In Chapter 4, Lewyn will receive the Forseti tome from his mother, Queen Lahna, when he enters Silesse Castle, and it is at this moment that he will become virtually unstoppable. He gains an additional 10 Skill and 20 Speed while equipping the tome, giving him roughly 100 Evade, a 65% chance of activating Adept, roughly 35% chance to Critical, and an absurdly strong attack strength of 50-60. He can slay even Holy Weapon wielding Bosses with relative ease. His movement remains comparatively limited, meaning faster playthroughs can end up leaving him behind, but his power is so ridiculous that if the power of the game's combined mounted units is ever insufficient, Lewyn will be more than enough to make up for it.
Lewyn makes a great father overall. He is tied with Chulainn for highest overall growths for a male suitor and second highest overall growths in the first generation (both of them only losing to Sigurd), makes any of his children extremely fast, and passes on two explosive combat skills for them to inherit. Furthermore, he is capable of passing on both Holy Blood and the Holy Weapon Forseti to certain children, which is arguably the best weapon in the entire game. His main downsides as a father are his low Strength not being ideal for physical children and his lack of Pursuit. It is arguable that none of these details are of import, as Forseti being inherited is the main focal point of Levin's pairing.
Lewyn is best paired with Erinys or Tailtiu. While there are some benefits for other pairings, the rest should generally be avoided because no other children can inherit Forseti, Lewyn cannot pass on weapons to them, they will lack Pursuit, or his low Strength growth will negatively impact the children. If you must defy this recommendation, Ayra is the best option, especially if you have them pass down Magic Swords to the children and have one of the children buy then Flame Sword, however compared to many other of Ayra's parings this may be unreliable.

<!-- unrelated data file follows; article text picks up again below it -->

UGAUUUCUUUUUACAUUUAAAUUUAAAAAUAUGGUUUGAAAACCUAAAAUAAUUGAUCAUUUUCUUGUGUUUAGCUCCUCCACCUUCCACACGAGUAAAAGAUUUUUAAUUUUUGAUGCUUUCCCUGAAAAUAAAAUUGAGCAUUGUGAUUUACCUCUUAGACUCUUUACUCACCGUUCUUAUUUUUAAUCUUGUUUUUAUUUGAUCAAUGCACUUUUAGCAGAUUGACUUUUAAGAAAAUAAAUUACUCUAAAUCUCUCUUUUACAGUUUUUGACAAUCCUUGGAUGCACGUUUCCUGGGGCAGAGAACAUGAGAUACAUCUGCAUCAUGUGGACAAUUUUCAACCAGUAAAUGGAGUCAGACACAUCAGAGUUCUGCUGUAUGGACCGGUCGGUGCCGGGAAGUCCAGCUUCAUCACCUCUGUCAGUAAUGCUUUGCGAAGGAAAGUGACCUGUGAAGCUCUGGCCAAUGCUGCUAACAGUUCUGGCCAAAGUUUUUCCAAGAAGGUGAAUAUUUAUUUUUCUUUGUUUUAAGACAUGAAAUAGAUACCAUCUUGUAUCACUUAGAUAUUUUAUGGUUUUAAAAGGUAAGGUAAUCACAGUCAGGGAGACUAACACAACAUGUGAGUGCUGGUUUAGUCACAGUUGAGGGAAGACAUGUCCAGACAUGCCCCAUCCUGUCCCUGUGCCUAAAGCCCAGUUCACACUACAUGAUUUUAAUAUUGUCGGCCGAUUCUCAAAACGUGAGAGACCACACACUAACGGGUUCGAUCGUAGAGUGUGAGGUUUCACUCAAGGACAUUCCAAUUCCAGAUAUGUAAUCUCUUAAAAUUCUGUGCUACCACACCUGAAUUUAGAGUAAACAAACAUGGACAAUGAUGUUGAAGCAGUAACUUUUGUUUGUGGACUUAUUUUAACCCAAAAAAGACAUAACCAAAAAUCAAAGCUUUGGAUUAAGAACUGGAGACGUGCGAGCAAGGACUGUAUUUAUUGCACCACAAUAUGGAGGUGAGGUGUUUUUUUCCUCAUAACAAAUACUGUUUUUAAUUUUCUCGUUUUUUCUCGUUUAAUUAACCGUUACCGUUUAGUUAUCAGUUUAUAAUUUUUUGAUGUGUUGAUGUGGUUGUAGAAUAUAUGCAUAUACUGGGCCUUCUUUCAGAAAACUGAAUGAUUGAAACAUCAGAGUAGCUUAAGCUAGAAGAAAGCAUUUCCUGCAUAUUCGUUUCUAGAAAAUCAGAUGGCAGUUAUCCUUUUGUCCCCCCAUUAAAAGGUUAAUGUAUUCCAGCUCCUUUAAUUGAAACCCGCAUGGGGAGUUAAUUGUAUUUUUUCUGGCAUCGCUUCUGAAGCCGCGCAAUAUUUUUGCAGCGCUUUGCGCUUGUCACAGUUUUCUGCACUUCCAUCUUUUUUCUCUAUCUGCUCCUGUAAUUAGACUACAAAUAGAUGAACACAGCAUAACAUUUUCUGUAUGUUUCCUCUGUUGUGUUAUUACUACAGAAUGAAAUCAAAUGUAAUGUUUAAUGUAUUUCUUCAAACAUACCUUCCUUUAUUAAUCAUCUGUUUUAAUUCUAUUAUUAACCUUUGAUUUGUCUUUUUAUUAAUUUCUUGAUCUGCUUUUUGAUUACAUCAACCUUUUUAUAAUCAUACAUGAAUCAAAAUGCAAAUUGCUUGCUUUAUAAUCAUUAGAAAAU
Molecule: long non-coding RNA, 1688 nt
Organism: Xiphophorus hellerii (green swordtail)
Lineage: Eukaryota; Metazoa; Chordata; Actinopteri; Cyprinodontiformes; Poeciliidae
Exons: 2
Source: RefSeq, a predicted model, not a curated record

- Erinys: Many players choose this pairing not only because it is heavily promoted by the in-game mechanics and is canonical according to the events of Fire Emblem: Thracia 776, but because its benefits far outweigh the negatives. Erinys already provides Pursuit to her children, and combined with Adept and Critical, Fee will have some great offensive potential. Unfortunately, she will have a pretty bad Strength growth from this pairing, but her other stats and skills should make up for this shortcoming. Giving her a Power Ring for Fee to inherit may be a good idea. Ced will be a force of nature, with great growths across the board, a plethora of offensive skills, and most importantly he will inherit the Forseti tome which will make him a virtual god.
- Tailtiu: This is a good paring in an efficient playthrough, as Arthur will be able to put Forseti to use much earlier than Ced can. Both of Tailtiu's children wield Magic, so Lewyn is a great fit for them. Arthur will be godlike with Adept, Critical, and Forseti, as well as having a mount, while Tine will turn out strong, though the lack of Pursuit in this pairing will be more noticeable on her since she will be wielding weaker tomes.
- Sylvia: This pairing will result in Coirpre receiving Forseti, but he joins you very late in the second generation and you will not get as much use out of such a powerful item. Coirpre in general is not quite as good of a fighting unit as Ced or Arthur, so he is not quite as potent as Forseti's wielder, though he will still be great. Lene does not really benefit much from the pairing, but she will turn out fine. All in all, this pairing is fine but you just get much better use out of Forseti from Lewyn's other pairings.
- Ayra: The best wild card option, she innately has Astra, but she does not let Lewyn pass down Forseti. Lewyn is Ayra's best magic oriented option. It is recommended that you have them pass down Thunder or Wind Sword to one of the children and have the other buy the Flame Sword during Chapter 7. Lewyn can also pass down his Magic growths and Critical Skill to them.
In Chapter 2, Sigurd may speak to Lewyn, but nothing will result of it.
In Chapter 2, if Lewyn speaks to Erinys, she will be recruited into the army.
In Chapter 4, after Silesse Castle is captured, Lewyn may speak to Sigurd, but nothing will result of it.
In Chapter 4, if Lewyn enters Silesse Castle, he will obtain the Forseti tome.
In Chapter 4, if neither Lewyn nor Erinys has a lover after Silesse Castle is captured, Erinys may speak to Lewyn, resulting in the pair falling in love immediately.
- Deirdre: N/A
- Ethlyn: N/A
- Edain: 50+2
- Ayra: 50+2
- Lachesis: 50+2
- Erinys: 210+2
- Sylvia: 200+2
- Brigid: 50+4
- Tailtiu: 120+3
|Tome - A|
Staff - D
*Enemy only, joins unequipped
- Guiding Breeze
- Prince of Silesse. A descendant of Ced, one of the 12 legendary crusaders, and inheritor of the wind tome Forseti. Appears in Fire Emblem: Genealogy of the Holy War.
|A||Darting Blow 1||-||-|
|Swift Sparrow 1||Darting Blow 1||-|
|Swift Sparrow 2||Swift Sparrow 1|
|B||Special Spiral 1||-||-|
|Special Spiral 2||Special Spiral 1||-|
|Special Spiral 3||Special Spiral 2|
|C||Odd Atk Wave 1||-||-|
|Odd Atk Wave 2||Odd Atk Wave 1||-|
|Odd Atk Wave 3||Odd Atk Wave 2|